Simsons of Diametrically Opposite Points
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Let P lie on the circumcircle of triangle ABC. Let Q be the point on the circumcircle diametrically opposite P. Then the Simson lines of P and Q are perpendicular. As P changes, the points of intersection of the two simsons traces the 9-point circle of ABC.

If you change one of the vertices A, B, or C, the intersection point still traverses a circle.

Hubert Shutrick sent me the following proof. Let Pa, Pb, Pc and Qa, Qb, Qc be the feet of the perpendiculars from P and Q onto BC, AC, AB.

In the diagram, angles CPaP and CPbP are right which makes quadrilateral CPPaPb cyclic. It follows that the inscribed angles CPaPb and PPaPb are equal. A similar argument applies to show that quadrilateral CQQbQa is also cyclic and that angles QCQb and QQaQb are equal.

Now, angles CPPb and QCQb have perpendicular sides and are therefore equal. It follows that

∠CPaPb = ∠QQaQb

But one pair of their sides, viz., CPa and QQA are orthogonal which implies that this is also true for the second pair:

PaPb ⊥ QaQb.

This proves that the simsons of P and Q are indeed orthogonal.

Let A'B'C' be the medial triangle of ΔABC. Since the perpendicular to BC at A' passes through the circumcenter of ABC, A' is also the midpoint of PaQa and the right angle gives that A'M = A'Pa so there is an angle θ at M also.  By the same token there is the same angle φ at M and Pc:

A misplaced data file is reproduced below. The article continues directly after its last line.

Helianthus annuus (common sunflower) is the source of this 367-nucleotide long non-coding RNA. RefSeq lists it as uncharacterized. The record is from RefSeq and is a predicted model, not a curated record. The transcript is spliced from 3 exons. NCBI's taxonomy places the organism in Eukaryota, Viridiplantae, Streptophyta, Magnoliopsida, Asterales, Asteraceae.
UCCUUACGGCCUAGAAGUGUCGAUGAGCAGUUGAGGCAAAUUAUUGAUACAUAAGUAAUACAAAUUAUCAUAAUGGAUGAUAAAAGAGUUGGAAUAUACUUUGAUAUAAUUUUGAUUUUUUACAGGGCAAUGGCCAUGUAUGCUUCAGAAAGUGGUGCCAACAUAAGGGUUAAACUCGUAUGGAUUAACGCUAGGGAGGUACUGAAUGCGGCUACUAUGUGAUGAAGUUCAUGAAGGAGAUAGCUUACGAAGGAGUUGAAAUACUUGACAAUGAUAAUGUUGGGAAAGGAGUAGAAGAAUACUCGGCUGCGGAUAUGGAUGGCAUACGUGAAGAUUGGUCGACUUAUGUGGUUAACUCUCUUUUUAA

∠MPcC' = ∠MC'Pc.



∠A'B'C' = ∠ABC = θ + φ = ∠A'MC',

so that M is on the circumcircle of ΔA'B'C', the nine point circle of ABC. Conversely, given a point M such that ∠A'B'C' =  ∠A'MC, we have candidates for Pa and Qa whose distances from A' are A'M. From them we construct two diagonally opposite pairs P, Q and P', Q' on the circumcircle of ABC, where, in the diagram, the other candidate for P' for P would be above the line BC.  The Simson lines of each pair intersect at right angles and pass through Pa and Qa and so their points of intersection are the points of intersection of the circle with diameter PaQa with the nine point circle. One of these must be the given M. We have ignored the interchange of P with Q that gives the same point M and the fact that the nine point circle is described twice as P goes round the circumcircle. Q(uite) E(asily) D(one)


Hubert Shutrick found a generalization of this property to the case of two arbitrary points P and Q.


  1. F. G.-M., Exercise de Géométrie, Éditions Jacques Gabay, 1991, p. 330

Related material

Simson Line - the simson

  • Simson Line: Introduction
  • Simson Line
  • Three Concurrent Circles
  • 9-point Circle as a locus of concurrency
  • Miquel's Point
  • Circumcircle of Three Parabola Tangents
  • Angle Bisector in Parallelogram
  • Simsons and 9-Point Circles in Cyclic Quadrilateral
  • Reflections of a Point on the Circumcircle
  • Simson Line From Isogonal Perspective
  • Pentagon in a Semicircle
  • Simson Line in Disguise
  • Two Simsons in a Triangle
  • Carnot's Theorem
  • A Generalization of Simson Line

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    Copyright © 1996-2018 Alexander Bogomolny